The 10th of October marked "World Mental Health Day", also a part of "Mental Health Week" in Australia. The day encourages the public to speak opeanly about mental health education, awareness and advocacy against social stigma. Hashhtags like #light-up-purple and #worldmentalhealthday having been trending on Facebook and Twitter as messages of support and awareness are shared all over the world.
In the latest issue of the journal EMBO Molecular Medicine, esteemed psychologists from the University of Bochum in Germany claim the effects of psychiatric drugs used for treating mental illnesses such as depression, anxiety and ADHD only have short-term effects with negative long-term repercussions.
Experts from the cognitive neuroscience research community have penned an open letter expressing their concern about members of the public applying electric current to the brain with home-use tDCS devices.
Economists put a dollar figure on the cost of mental health annually in Australia, estimating the financial impact is equivalent to 12% of annual economic output, mostly due to increased days of work due to poor health and performance.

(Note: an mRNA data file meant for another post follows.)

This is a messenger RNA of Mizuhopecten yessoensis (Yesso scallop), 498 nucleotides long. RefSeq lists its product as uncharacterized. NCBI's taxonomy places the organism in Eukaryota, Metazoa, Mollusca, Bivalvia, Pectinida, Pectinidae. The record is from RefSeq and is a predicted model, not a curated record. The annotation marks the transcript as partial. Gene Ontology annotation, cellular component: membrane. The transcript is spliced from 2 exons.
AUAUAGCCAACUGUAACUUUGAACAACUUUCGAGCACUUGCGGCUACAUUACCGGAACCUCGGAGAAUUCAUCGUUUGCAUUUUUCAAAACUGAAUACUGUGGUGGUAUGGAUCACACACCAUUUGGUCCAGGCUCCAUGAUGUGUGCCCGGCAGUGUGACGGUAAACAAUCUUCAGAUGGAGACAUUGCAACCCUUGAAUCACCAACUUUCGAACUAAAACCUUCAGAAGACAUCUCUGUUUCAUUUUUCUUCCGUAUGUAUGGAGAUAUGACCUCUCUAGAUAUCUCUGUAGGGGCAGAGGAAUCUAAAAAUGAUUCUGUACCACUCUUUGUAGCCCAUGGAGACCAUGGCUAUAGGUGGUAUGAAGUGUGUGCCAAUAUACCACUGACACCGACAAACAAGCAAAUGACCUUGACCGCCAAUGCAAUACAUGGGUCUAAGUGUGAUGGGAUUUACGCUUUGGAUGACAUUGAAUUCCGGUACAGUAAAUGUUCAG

Authors Christopher Davey and Andrew Chanen call for alternatives to anti-depressant medication to improve outcomes for patients suffering depression. They highlight in their article that while anti-depressants still have an important role in patient treatment, medication is more effective if given in combination with other therapies. You can read the full article here.
Workplace Editor Anna Patty of the Sydney Morning Herald explains how psychiatrists in Australia are increasingly becoming dissatisfied and find it hard to do their work with the limited resources available in hospitals and the community. The full article can be found here.
In association with the APS Neurofeedback and Psychology Interest Group, neuroCademy hosts first symposium in Sydney, Australia, to present the latest findings on non-pharmaceutical treatments of ADHD & Depression.
Results from the large multicenter randomized iSPOT-D study were published in Clinical Neurophysiology demonstrating that brain activity can assist in predicting antidepressant treatment outcome to commonly used antidepressant drugs